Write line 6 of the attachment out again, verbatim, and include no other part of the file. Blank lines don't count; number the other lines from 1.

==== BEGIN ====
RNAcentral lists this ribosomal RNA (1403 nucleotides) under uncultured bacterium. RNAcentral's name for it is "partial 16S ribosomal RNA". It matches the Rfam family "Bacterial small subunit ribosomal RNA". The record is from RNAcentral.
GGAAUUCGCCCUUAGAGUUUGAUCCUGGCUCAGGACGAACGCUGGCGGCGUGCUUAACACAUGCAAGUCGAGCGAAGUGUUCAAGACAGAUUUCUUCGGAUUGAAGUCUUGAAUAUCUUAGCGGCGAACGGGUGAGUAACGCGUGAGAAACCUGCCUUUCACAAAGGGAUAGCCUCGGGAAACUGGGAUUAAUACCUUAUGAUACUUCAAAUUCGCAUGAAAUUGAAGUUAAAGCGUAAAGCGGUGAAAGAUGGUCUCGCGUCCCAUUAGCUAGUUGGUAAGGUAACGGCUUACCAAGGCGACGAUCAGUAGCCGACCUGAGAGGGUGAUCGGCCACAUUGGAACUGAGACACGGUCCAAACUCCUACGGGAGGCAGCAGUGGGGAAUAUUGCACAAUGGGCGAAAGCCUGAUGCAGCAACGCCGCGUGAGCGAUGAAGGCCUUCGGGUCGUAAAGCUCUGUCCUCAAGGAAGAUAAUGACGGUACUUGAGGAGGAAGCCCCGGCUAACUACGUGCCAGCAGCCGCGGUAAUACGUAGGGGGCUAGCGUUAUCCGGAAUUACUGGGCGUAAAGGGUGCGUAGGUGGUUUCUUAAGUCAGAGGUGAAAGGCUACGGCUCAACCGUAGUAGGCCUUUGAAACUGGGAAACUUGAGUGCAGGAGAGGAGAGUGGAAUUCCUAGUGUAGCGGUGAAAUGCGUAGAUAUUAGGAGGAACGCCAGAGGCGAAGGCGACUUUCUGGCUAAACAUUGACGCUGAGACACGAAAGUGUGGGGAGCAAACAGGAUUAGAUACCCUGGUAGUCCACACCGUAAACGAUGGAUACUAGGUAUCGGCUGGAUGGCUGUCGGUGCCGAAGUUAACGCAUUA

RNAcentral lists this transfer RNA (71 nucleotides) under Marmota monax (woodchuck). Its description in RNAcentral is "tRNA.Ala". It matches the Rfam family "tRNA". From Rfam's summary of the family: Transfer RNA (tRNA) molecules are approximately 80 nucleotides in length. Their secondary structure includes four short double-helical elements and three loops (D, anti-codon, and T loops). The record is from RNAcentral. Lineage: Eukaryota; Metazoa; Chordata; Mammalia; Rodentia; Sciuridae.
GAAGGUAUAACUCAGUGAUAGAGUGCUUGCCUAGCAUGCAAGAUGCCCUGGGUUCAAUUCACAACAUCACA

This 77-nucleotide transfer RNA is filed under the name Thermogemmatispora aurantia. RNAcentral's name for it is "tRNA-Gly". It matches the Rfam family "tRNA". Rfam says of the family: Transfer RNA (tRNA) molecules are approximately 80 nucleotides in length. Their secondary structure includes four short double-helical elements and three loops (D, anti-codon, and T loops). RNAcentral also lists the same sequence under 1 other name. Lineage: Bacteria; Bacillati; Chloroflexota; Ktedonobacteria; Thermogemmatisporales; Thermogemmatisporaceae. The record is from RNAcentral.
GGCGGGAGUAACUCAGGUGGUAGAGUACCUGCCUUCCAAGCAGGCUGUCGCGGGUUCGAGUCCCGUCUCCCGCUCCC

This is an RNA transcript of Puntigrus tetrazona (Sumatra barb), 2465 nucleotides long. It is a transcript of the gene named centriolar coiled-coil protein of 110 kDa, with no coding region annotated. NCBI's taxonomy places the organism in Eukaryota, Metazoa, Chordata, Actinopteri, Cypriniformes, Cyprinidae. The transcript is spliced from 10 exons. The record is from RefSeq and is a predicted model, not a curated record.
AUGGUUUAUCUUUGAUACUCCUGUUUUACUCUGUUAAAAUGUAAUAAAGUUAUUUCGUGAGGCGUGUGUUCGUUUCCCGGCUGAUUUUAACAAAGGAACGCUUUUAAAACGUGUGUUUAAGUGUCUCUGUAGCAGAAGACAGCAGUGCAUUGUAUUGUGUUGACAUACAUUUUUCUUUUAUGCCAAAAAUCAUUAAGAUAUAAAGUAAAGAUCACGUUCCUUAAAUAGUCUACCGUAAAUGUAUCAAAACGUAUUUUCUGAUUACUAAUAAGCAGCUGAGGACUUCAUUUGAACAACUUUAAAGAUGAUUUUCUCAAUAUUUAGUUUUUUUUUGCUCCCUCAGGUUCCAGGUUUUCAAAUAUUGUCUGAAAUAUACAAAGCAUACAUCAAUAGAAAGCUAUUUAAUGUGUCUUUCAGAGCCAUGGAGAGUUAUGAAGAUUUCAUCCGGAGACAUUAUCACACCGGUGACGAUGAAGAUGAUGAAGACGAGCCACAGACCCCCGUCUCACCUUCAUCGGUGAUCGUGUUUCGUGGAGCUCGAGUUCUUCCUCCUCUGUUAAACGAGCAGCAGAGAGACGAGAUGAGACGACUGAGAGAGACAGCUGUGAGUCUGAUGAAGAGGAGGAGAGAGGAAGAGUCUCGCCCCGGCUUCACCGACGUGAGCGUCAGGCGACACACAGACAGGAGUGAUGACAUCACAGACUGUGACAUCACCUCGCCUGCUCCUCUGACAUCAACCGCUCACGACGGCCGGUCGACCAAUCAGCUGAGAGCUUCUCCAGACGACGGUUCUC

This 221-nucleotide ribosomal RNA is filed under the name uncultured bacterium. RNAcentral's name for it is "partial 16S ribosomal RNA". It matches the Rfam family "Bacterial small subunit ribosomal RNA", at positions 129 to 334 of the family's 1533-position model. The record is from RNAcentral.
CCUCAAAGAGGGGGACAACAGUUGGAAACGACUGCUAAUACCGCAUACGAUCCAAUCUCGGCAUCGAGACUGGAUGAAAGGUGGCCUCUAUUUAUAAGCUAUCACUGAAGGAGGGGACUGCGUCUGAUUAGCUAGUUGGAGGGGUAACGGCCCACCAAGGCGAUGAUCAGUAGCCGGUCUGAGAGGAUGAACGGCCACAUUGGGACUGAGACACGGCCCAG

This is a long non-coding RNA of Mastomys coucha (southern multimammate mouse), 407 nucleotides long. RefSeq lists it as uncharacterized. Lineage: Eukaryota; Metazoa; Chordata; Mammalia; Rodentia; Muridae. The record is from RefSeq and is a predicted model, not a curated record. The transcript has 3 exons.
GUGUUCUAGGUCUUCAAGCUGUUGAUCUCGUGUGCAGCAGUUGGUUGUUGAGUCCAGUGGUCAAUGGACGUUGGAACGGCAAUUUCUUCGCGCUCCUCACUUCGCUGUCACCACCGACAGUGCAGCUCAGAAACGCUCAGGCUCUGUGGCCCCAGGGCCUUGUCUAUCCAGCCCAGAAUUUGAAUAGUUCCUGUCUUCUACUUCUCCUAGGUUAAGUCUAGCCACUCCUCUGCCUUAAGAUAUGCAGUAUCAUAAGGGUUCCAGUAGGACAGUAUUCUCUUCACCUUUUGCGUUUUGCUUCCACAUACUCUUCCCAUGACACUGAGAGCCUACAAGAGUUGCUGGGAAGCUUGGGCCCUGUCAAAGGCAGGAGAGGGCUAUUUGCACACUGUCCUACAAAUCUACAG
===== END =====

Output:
GGCGGGAGUAACUCAGGUGGUAGAGUACCUGCCUUCCAAGCAGGCUGUCGCGGGUUCGAGUCCCGUCUCCCGCUCCC